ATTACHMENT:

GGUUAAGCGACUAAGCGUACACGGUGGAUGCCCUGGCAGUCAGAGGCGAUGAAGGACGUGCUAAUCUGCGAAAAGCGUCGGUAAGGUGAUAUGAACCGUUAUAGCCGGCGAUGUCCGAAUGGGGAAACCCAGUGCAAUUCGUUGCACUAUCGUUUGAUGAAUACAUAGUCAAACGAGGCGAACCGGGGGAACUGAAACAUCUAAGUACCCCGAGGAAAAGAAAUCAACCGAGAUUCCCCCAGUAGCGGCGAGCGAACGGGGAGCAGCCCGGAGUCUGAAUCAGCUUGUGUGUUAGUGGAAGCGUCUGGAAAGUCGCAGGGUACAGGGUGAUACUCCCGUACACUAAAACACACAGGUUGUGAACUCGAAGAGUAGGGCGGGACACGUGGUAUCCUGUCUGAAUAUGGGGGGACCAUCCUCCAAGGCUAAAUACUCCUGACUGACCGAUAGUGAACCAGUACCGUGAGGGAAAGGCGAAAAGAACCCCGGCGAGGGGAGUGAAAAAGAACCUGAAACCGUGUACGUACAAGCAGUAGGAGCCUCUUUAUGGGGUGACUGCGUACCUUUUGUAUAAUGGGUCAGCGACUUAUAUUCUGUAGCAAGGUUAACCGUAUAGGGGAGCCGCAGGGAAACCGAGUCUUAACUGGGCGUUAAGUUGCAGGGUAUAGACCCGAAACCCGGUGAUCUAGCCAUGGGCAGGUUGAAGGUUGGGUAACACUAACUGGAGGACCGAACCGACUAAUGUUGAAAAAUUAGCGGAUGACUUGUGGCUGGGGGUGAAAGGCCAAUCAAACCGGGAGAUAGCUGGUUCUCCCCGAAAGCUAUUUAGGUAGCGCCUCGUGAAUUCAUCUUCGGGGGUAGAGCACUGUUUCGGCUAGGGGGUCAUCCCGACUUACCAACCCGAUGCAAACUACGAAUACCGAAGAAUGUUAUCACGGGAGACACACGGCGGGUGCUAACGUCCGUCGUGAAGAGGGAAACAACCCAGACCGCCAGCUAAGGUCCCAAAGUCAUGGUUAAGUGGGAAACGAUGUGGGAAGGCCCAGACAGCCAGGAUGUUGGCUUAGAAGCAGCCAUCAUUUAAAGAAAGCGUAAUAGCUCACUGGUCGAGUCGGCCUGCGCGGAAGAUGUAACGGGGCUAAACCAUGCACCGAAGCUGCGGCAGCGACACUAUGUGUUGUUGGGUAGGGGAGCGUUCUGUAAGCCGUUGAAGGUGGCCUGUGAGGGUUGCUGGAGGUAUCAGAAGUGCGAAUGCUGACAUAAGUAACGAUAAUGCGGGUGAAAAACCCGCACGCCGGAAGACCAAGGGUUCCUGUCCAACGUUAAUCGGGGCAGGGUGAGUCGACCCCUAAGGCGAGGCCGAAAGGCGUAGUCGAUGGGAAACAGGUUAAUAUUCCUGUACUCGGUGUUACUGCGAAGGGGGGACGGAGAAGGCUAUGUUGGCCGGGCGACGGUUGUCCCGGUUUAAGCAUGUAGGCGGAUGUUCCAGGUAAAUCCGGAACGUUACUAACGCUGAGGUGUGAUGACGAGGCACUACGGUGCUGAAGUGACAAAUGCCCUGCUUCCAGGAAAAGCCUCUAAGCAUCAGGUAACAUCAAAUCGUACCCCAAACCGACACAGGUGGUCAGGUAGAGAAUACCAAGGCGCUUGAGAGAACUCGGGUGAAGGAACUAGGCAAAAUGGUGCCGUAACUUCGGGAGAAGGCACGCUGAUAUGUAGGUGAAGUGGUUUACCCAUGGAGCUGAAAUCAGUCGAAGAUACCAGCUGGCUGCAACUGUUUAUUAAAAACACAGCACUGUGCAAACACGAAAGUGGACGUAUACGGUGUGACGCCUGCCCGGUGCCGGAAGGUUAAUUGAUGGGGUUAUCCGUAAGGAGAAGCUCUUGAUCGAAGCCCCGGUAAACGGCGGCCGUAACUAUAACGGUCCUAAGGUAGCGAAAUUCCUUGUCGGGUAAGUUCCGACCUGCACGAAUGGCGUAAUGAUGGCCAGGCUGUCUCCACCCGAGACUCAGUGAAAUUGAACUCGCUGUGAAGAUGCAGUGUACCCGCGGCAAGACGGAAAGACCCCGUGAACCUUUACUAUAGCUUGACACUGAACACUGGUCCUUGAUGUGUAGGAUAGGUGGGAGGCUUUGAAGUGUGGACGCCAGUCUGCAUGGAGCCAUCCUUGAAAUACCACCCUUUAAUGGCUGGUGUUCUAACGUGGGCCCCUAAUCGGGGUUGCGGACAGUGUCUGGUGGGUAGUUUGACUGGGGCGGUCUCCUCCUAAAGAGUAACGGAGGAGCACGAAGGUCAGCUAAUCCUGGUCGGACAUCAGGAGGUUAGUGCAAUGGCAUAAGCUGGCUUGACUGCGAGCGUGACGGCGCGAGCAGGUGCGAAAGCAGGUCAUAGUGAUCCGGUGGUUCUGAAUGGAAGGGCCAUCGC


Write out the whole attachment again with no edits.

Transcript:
GGUUAAGCGACUAAGCGUACACGGUGGAUGCCCUGGCAGUCAGAGGCGAUGAAGGACGUGCUAAUCUGCGAAAAGCGUCGGUAAGGUGAUAUGAACCGUUAUAGCCGGCGAUGUCCGAAUGGGGAAACCCAGUGCAAUUCGUUGCACUAUCGUUUGAUGAAUACAUAGUCAAACGAGGCGAACCGGGGGAACUGAAACAUCUAAGUACCCCGAGGAAAAGAAAUCAACCGAGAUUCCCCCAGUAGCGGCGAGCGAACGGGGAGCAGCCCGGAGUCUGAAUCAGCUUGUGUGUUAGUGGAAGCGUCUGGAAAGUCGCAGGGUACAGGGUGAUACUCCCGUACACUAAAACACACAGGUUGUGAACUCGAAGAGUAGGGCGGGACACGUGGUAUCCUGUCUGAAUAUGGGGGGACCAUCCUCCAAGGCUAAAUACUCCUGACUGACCGAUAGUGAACCAGUACCGUGAGGGAAAGGCGAAAAGAACCCCGGCGAGGGGAGUGAAAAAGAACCUGAAACCGUGUACGUACAAGCAGUAGGAGCCUCUUUAUGGGGUGACUGCGUACCUUUUGUAUAAUGGGUCAGCGACUUAUAUUCUGUAGCAAGGUUAACCGUAUAGGGGAGCCGCAGGGAAACCGAGUCUUAACUGGGCGUUAAGUUGCAGGGUAUAGACCCGAAACCCGGUGAUCUAGCCAUGGGCAGGUUGAAGGUUGGGUAACACUAACUGGAGGACCGAACCGACUAAUGUUGAAAAAUUAGCGGAUGACUUGUGGCUGGGGGUGAAAGGCCAAUCAAACCGGGAGAUAGCUGGUUCUCCCCGAAAGCUAUUUAGGUAGCGCCUCGUGAAUUCAUCUUCGGGGGUAGAGCACUGUUUCGGCUAGGGGGUCAUCCCGACUUACCAACCCGAUGCAAACUACGAAUACCGAAGAAUGUUAUCACGGGAGACACACGGCGGGUGCUAACGUCCGUCGUGAAGAGGGAAACAACCCAGACCGCCAGCUAAGGUCCCAAAGUCAUGGUUAAGUGGGAAACGAUGUGGGAAGGCCCAGACAGCCAGGAUGUUGGCUUAGAAGCAGCCAUCAUUUAAAGAAAGCGUAAUAGCUCACUGGUCGAGUCGGCCUGCGCGGAAGAUGUAACGGGGCUAAACCAUGCACCGAAGCUGCGGCAGCGACACUAUGUGUUGUUGGGUAGGGGAGCGUUCUGUAAGCCGUUGAAGGUGGCCUGUGAGGGUUGCUGGAGGUAUCAGAAGUGCGAAUGCUGACAUAAGUAACGAUAAUGCGGGUGAAAAACCCGCACGCCGGAAGACCAAGGGUUCCUGUCCAACGUUAAUCGGGGCAGGGUGAGUCGACCCCUAAGGCGAGGCCGAAAGGCGUAGUCGAUGGGAAACAGGUUAAUAUUCCUGUACUCGGUGUUACUGCGAAGGGGGGACGGAGAAGGCUAUGUUGGCCGGGCGACGGUUGUCCCGGUUUAAGCAUGUAGGCGGAUGUUCCAGGUAAAUCCGGAACGUUACUAACGCUGAGGUGUGAUGACGAGGCACUACGGUGCUGAAGUGACAAAUGCCCUGCUUCCAGGAAAAGCCUCUAAGCAUCAGGUAACAUCAAAUCGUACCCCAAACCGACACAGGUGGUCAGGUAGAGAAUACCAAGGCGCUUGAGAGAACUCGGGUGAAGGAACUAGGCAAAAUGGUGCCGUAACUUCGGGAGAAGGCACGCUGAUAUGUAGGUGAAGUGGUUUACCCAUGGAGCUGAAAUCAGUCGAAGAUACCAGCUGGCUGCAACUGUUUAUUAAAAACACAGCACUGUGCAAACACGAAAGUGGACGUAUACGGUGUGACGCCUGCCCGGUGCCGGAAGGUUAAUUGAUGGGGUUAUCCGUAAGGAGAAGCUCUUGAUCGAAGCCCCGGUAAACGGCGGCCGUAACUAUAACGGUCCUAAGGUAGCGAAAUUCCUUGUCGGGUAAGUUCCGACCUGCACGAAUGGCGUAAUGAUGGCCAGGCUGUCUCCACCCGAGACUCAGUGAAAUUGAACUCGCUGUGAAGAUGCAGUGUACCCGCGGCAAGACGGAAAGACCCCGUGAACCUUUACUAUAGCUUGACACUGAACACUGGUCCUUGAUGUGUAGGAUAGGUGGGAGGCUUUGAAGUGUGGACGCCAGUCUGCAUGGAGCCAUCCUUGAAAUACCACCCUUUAAUGGCUGGUGUUCUAACGUGGGCCCCUAAUCGGGGUUGCGGACAGUGUCUGGUGGGUAGUUUGACUGGGGCGGUCUCCUCCUAAAGAGUAACGGAGGAGCACGAAGGUCAGCUAAUCCUGGUCGGACAUCAGGAGGUUAGUGCAAUGGCAUAAGCUGGCUUGACUGCGAGCGUGACGGCGCGAGCAGGUGCGAAAGCAGGUCAUAGUGAUCCGGUGGUUCUGAAUGGAAGGGCCAUCGC